A charming and ambitious young man finds many ways to raise himself through the ranks in business and social standing- some honest, some not quite so. If he can just manage to avoid a ... See full summary »
Jim Wormold is an expatriate Englishman living in pre-revolutionary Havana with his teenage daughter Milly. He owns a vacuum cleaner shop but isn't very successful so he accepts an offer ... See full summary »
Sidney Stratton, a humble inventor, develops a fabric which never gets dirty or wears out. This would seem to be a boon for mankind, but the established garment manufacturers don't see it that way; they try to suppress it. Written by
John Oswalt <firstname.lastname@example.org>
Alec Guinness performed the stunt of climbing down the side of the mansion. He was convinced by a technician that the piano wire holding him up would not break, since only piano wire with kinks in it would be prone to breaking. As he got to about four feet from the ground, the wire did in fact break. See more »
When Mr. Harrison is called by a woman because he is wanted by Mr. Corland, he is blowing into a glass vial on a side counter which was not there in the previous shot. See more »
[Seeing the assistant's pen-lighter]
That's ingenious. May I?
[Flicking the lighter on]
I wonder, can you tell me what is the ratio of ink to petrol?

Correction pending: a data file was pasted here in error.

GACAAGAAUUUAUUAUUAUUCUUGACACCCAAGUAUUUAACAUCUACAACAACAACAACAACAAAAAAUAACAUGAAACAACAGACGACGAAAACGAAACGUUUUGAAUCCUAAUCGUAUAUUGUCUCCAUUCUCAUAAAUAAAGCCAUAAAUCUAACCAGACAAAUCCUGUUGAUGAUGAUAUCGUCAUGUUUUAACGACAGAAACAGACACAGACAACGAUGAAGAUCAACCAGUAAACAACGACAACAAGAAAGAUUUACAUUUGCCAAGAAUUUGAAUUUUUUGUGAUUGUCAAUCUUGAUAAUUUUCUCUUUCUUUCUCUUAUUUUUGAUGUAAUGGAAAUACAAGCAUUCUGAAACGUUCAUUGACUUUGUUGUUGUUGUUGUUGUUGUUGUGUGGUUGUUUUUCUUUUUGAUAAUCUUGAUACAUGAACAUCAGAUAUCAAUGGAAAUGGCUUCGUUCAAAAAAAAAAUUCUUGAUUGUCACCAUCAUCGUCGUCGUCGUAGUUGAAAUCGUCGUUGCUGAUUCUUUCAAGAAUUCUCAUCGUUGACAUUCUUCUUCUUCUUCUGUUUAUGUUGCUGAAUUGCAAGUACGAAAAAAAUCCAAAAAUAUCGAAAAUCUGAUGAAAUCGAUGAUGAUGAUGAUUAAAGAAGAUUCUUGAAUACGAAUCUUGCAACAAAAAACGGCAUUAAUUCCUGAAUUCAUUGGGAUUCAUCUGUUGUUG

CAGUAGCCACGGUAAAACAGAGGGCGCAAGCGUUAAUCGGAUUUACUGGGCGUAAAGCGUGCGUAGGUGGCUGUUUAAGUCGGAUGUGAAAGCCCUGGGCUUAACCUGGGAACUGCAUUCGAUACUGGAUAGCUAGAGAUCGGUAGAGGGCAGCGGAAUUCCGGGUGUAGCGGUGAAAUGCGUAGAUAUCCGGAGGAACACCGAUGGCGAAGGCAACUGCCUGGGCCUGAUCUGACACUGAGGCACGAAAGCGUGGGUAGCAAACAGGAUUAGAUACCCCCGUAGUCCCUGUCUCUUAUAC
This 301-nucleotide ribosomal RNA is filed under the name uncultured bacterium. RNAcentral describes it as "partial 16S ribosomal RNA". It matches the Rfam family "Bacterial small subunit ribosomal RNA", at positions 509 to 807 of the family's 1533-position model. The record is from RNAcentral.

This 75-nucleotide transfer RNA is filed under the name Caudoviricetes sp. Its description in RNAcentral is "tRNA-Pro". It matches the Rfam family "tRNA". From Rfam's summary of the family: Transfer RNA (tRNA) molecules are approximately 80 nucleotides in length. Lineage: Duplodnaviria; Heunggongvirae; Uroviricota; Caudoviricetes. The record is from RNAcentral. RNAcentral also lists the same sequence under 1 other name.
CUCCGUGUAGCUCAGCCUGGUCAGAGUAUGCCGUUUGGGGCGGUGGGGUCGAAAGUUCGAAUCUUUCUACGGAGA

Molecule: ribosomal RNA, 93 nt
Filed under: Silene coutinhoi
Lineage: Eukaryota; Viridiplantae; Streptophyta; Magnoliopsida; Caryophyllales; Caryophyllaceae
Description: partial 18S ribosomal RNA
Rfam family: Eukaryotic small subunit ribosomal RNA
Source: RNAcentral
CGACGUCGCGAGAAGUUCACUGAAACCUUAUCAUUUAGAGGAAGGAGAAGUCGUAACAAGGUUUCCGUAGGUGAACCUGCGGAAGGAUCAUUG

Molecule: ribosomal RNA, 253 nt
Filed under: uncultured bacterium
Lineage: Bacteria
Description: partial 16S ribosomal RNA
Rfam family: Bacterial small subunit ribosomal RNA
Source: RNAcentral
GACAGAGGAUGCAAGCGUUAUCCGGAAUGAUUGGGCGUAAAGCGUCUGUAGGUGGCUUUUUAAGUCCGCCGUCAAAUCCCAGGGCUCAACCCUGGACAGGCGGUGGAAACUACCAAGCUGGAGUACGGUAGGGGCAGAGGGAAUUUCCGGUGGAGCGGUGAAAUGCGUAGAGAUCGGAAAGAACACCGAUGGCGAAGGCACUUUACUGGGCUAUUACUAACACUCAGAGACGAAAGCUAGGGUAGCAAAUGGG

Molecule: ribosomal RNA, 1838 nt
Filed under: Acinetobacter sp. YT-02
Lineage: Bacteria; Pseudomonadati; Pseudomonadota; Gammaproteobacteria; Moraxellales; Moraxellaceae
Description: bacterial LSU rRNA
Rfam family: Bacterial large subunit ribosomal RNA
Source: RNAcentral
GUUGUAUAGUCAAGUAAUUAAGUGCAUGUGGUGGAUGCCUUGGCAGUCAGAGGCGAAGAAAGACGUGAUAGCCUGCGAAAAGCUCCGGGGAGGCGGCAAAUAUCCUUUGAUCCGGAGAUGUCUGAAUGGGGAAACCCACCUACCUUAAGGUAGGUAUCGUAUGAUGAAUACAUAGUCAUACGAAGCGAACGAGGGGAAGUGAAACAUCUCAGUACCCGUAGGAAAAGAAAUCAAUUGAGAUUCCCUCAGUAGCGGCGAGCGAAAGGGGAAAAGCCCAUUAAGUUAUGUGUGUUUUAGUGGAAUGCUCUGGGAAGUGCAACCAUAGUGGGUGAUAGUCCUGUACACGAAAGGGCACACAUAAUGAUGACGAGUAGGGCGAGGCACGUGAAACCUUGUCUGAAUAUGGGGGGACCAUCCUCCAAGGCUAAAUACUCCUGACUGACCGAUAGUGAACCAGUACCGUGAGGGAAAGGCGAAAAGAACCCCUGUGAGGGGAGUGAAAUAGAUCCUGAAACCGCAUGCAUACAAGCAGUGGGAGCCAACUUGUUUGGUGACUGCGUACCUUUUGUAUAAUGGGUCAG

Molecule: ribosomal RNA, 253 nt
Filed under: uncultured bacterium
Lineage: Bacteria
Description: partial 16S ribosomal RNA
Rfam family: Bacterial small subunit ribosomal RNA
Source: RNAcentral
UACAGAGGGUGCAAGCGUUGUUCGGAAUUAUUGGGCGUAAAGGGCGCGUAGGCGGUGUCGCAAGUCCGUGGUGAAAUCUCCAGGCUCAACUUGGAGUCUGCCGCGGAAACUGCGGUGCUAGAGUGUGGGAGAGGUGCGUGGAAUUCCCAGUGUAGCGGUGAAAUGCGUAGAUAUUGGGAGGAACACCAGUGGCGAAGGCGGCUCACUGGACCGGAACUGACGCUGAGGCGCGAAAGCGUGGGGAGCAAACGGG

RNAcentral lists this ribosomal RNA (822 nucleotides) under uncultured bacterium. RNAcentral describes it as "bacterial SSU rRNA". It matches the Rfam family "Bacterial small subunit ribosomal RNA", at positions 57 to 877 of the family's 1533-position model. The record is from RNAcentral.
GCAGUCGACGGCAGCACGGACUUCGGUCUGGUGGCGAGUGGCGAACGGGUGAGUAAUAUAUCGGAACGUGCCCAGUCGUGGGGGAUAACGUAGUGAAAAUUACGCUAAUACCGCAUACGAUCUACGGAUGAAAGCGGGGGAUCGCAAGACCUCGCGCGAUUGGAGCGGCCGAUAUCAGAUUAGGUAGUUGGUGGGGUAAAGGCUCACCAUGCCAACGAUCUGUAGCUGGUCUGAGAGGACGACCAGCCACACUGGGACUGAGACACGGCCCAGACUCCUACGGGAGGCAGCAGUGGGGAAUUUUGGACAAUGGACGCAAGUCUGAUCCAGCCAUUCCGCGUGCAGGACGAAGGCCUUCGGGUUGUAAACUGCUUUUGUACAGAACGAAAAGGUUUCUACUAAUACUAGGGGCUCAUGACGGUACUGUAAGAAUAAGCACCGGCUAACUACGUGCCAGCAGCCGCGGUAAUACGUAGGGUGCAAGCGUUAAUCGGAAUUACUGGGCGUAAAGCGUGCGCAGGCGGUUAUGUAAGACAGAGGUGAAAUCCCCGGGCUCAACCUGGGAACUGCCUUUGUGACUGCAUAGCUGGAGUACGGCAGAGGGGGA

I don't know.
See more »
Alec Guinness, an interesting story, and some effective dry humor make this a witty and satisfying satirical comedy. Like a number of the Ealing comedies, the initial plot premise is interesting, yet it is really only a pretext for presenting material that affords some opportunities for subtly caustic commentary. In this case, the far-fetched invention by Guinness's character is used cleverly to point out the ways that various persons feel about science, change, and technology.
Guinness plays an innocent, even naive, character here, which is rather different from most of those he played in other Ealing features. There is a good assortment of supporting characters this time, and some of the minor roles feature some effective performances. Cecil Parker, Michael Gough, and Ernest Thesiger make a good trio of heavies, and Joan Greenwood works well as a character in the middle of things.
The ironic, understated tone of most of the humor keeps things low-key but effective. It's the kind of approach that is far more challenging than direct ridicule, and it takes disciplined film-makers to make something like this work. Not least among the movie's strengths is Guinness's own skill in making his character believable in addition to sympathetic.
While in some ways the comparison may be a stretch, there are some rather interesting parallels between "The Man in the White Suit" and the much more recent "Jurassic Park". The style and characters are much different (though "Jurassic Park" is not entirely without its own moments of dry humor), but in both cases an amazing - and entirely fictional - invention is shown to provoke all kinds of differing reactions, as others seek to exploit it, to close it down, or to control it. In both cases, the point is not whether the invention is valid, but rather the ways that everyone responds while barely understanding or appreciating the actual development itself.
While "The Man in the White Suit" is not one of the best-known Ealing features, it is another good one, with wit, solid characters and story, and an approach that combines style and substance.
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